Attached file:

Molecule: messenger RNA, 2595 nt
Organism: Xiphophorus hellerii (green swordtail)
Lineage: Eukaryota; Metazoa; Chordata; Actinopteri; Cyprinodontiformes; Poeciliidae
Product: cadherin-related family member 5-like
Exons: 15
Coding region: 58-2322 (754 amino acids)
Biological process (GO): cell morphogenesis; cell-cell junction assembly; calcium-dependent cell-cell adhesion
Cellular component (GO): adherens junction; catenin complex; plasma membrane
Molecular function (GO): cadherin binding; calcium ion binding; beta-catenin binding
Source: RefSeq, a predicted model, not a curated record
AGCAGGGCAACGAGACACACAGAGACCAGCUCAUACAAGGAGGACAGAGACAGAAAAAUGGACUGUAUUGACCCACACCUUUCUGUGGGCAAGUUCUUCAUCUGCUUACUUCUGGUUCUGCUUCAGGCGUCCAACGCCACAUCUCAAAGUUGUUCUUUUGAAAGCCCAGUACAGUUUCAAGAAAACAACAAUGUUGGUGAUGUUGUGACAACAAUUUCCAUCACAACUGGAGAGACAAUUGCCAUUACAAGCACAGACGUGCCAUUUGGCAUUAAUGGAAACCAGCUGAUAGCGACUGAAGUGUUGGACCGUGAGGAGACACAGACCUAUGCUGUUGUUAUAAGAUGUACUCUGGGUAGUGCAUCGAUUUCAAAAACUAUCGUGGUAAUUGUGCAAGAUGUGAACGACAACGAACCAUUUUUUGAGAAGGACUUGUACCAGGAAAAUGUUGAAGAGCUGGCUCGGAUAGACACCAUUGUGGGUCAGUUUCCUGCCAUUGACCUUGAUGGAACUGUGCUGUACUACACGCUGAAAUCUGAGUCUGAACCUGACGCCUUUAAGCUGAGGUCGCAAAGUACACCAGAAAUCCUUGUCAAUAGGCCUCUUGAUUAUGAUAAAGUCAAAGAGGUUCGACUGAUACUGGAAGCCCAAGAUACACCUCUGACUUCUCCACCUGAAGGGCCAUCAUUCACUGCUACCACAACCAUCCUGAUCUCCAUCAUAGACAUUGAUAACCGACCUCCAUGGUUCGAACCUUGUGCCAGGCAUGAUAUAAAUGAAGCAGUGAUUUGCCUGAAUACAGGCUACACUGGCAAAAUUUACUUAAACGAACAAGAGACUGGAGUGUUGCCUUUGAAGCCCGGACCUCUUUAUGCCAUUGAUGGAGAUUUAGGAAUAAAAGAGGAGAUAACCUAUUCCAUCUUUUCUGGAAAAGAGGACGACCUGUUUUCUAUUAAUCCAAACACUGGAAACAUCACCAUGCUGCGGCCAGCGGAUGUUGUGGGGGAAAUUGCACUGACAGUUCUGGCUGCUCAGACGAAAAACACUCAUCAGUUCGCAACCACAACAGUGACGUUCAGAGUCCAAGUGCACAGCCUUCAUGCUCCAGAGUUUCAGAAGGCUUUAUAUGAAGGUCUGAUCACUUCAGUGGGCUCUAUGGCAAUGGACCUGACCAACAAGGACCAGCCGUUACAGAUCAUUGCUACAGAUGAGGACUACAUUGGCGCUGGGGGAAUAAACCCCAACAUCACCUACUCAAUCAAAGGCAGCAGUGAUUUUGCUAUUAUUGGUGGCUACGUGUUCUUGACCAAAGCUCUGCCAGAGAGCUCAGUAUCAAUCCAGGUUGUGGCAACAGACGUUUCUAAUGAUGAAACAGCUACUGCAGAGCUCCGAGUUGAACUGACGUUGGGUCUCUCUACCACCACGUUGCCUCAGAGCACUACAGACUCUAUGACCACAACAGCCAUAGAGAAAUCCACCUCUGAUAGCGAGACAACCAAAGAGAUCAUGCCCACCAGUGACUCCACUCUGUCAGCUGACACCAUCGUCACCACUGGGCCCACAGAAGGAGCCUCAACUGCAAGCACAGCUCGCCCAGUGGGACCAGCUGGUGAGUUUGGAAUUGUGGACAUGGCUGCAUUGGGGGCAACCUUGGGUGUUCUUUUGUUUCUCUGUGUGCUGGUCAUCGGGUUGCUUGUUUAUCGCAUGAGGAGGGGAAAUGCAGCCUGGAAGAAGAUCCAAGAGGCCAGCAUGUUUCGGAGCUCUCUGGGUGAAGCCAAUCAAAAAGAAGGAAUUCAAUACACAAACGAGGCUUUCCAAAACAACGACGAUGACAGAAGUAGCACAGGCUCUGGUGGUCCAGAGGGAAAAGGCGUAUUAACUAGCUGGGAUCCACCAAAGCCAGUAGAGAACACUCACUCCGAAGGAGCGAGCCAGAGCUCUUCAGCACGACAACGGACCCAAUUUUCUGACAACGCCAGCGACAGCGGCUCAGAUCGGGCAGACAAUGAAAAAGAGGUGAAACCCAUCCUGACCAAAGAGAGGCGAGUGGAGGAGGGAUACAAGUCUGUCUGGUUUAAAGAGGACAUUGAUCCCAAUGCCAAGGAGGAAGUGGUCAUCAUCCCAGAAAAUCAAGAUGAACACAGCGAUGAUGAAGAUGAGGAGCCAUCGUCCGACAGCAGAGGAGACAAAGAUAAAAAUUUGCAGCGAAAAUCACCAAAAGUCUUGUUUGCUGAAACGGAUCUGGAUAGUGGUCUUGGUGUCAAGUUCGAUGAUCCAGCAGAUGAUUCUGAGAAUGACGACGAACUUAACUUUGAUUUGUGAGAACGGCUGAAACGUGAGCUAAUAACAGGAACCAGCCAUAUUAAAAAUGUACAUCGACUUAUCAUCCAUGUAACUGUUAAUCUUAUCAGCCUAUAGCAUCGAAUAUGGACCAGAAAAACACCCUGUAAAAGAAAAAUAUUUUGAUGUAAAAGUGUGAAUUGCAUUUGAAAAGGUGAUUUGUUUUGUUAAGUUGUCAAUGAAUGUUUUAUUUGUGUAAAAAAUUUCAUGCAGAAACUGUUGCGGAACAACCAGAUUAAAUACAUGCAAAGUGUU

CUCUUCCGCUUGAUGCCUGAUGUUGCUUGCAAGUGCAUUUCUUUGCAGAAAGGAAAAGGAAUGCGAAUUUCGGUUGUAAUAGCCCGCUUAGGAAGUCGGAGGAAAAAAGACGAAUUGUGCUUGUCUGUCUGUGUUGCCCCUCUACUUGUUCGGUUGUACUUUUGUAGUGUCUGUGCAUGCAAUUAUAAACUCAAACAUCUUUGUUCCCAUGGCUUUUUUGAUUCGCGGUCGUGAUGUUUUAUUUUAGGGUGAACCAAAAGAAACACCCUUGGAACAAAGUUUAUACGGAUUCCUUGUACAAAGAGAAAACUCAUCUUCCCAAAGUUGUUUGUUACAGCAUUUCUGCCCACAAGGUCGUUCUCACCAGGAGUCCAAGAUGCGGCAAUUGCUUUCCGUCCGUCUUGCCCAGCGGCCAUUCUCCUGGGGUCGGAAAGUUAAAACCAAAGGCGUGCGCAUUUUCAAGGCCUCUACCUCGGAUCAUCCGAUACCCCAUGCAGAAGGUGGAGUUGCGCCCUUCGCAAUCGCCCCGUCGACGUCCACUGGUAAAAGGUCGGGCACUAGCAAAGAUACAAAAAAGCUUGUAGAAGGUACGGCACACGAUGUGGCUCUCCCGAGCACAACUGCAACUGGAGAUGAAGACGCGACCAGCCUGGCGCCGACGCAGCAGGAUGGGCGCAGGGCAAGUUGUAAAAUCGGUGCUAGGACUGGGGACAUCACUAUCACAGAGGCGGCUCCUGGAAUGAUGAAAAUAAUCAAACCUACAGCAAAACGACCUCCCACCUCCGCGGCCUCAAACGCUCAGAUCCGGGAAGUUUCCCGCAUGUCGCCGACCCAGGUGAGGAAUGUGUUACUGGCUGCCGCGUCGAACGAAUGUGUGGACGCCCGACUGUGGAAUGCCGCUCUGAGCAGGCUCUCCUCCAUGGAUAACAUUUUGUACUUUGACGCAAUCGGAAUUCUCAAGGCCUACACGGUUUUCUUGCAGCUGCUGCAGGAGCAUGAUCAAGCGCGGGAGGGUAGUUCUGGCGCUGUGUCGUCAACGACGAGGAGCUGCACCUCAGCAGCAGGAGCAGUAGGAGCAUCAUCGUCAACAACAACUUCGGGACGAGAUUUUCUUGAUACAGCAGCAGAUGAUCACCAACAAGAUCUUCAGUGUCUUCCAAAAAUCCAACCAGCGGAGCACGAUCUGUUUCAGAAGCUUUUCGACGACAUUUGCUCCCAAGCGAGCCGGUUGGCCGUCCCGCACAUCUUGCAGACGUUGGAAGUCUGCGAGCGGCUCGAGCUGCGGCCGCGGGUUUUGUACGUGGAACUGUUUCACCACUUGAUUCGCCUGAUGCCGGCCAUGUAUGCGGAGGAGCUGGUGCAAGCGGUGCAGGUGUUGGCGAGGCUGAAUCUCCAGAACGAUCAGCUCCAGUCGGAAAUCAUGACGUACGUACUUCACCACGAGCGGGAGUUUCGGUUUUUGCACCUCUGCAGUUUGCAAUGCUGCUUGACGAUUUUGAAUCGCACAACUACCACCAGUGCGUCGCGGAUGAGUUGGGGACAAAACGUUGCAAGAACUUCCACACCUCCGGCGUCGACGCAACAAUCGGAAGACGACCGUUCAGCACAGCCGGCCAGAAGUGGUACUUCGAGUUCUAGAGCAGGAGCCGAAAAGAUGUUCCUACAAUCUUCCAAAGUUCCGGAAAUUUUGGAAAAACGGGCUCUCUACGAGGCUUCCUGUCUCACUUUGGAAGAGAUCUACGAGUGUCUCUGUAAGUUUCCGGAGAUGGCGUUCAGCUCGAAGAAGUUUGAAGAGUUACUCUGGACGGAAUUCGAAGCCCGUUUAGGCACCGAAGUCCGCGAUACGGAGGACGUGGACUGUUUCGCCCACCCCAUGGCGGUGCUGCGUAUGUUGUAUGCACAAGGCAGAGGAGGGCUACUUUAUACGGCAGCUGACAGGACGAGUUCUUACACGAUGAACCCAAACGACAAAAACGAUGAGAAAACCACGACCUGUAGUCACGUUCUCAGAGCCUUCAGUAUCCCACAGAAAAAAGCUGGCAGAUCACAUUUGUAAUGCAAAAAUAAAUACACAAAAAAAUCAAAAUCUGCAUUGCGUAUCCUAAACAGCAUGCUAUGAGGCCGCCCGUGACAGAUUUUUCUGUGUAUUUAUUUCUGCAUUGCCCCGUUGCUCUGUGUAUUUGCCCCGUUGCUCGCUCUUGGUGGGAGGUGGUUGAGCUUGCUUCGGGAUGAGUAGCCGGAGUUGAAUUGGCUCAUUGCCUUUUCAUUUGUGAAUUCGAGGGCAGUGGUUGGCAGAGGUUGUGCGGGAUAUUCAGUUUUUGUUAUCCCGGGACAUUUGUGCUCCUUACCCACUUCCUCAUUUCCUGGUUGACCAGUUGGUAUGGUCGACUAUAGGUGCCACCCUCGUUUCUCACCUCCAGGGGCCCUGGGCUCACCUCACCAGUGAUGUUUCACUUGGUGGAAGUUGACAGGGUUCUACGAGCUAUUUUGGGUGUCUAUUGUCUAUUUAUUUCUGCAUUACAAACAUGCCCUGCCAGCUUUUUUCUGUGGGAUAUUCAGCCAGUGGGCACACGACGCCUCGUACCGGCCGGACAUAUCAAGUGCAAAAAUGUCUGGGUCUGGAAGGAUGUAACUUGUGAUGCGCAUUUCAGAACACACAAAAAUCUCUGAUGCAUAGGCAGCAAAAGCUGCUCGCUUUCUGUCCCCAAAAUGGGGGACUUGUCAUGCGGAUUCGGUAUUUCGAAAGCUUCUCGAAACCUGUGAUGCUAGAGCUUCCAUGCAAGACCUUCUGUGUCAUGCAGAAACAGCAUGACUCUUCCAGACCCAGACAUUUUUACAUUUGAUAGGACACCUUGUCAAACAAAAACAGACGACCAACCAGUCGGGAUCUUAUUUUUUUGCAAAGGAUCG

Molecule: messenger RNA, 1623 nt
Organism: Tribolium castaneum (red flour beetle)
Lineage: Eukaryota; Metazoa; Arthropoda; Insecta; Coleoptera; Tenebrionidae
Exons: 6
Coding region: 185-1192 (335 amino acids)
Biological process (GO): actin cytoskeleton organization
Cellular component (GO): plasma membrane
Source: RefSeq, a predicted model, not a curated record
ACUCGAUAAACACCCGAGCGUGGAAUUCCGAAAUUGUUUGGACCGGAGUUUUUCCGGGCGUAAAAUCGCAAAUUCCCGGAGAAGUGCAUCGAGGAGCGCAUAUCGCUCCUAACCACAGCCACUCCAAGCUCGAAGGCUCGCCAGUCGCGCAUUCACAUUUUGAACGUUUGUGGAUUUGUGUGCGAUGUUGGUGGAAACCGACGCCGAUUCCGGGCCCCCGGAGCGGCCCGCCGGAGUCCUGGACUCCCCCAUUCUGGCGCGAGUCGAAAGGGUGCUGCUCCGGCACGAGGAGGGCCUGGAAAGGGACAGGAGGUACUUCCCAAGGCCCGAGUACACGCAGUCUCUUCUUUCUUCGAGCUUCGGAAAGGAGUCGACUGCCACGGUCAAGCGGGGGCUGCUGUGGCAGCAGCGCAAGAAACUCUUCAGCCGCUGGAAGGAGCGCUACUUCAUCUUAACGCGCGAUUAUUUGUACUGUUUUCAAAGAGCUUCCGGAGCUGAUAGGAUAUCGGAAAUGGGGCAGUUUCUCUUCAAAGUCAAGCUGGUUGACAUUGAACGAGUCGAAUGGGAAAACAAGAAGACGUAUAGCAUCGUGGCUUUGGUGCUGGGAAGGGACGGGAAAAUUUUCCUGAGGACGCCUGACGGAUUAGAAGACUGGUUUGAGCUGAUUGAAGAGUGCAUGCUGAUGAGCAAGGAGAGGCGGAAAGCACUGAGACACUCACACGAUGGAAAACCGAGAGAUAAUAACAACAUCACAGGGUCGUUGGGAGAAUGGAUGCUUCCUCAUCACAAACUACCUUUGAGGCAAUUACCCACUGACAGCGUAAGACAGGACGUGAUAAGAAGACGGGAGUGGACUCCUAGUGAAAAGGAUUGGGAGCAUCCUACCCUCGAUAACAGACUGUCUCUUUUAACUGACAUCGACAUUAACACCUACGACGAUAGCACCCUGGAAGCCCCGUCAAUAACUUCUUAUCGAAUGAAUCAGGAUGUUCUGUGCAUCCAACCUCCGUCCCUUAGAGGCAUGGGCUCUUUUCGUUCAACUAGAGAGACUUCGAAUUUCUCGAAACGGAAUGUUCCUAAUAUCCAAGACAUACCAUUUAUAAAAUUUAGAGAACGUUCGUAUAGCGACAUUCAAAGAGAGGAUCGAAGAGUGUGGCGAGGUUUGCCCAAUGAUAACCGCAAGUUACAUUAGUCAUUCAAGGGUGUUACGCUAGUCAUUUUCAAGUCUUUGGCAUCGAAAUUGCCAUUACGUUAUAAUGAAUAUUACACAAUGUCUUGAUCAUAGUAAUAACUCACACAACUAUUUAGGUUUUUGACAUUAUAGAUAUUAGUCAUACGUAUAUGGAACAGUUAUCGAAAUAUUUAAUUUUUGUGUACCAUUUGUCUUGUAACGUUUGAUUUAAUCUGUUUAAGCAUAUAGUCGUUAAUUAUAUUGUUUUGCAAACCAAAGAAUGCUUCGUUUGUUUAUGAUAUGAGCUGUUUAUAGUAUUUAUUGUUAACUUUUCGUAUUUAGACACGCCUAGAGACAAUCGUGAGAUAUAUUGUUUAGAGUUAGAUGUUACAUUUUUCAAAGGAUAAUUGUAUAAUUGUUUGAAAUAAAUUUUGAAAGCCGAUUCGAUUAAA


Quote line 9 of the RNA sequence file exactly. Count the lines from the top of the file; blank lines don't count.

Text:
Molecular function (GO): cadherin binding; calcium ion binding; beta-catenin binding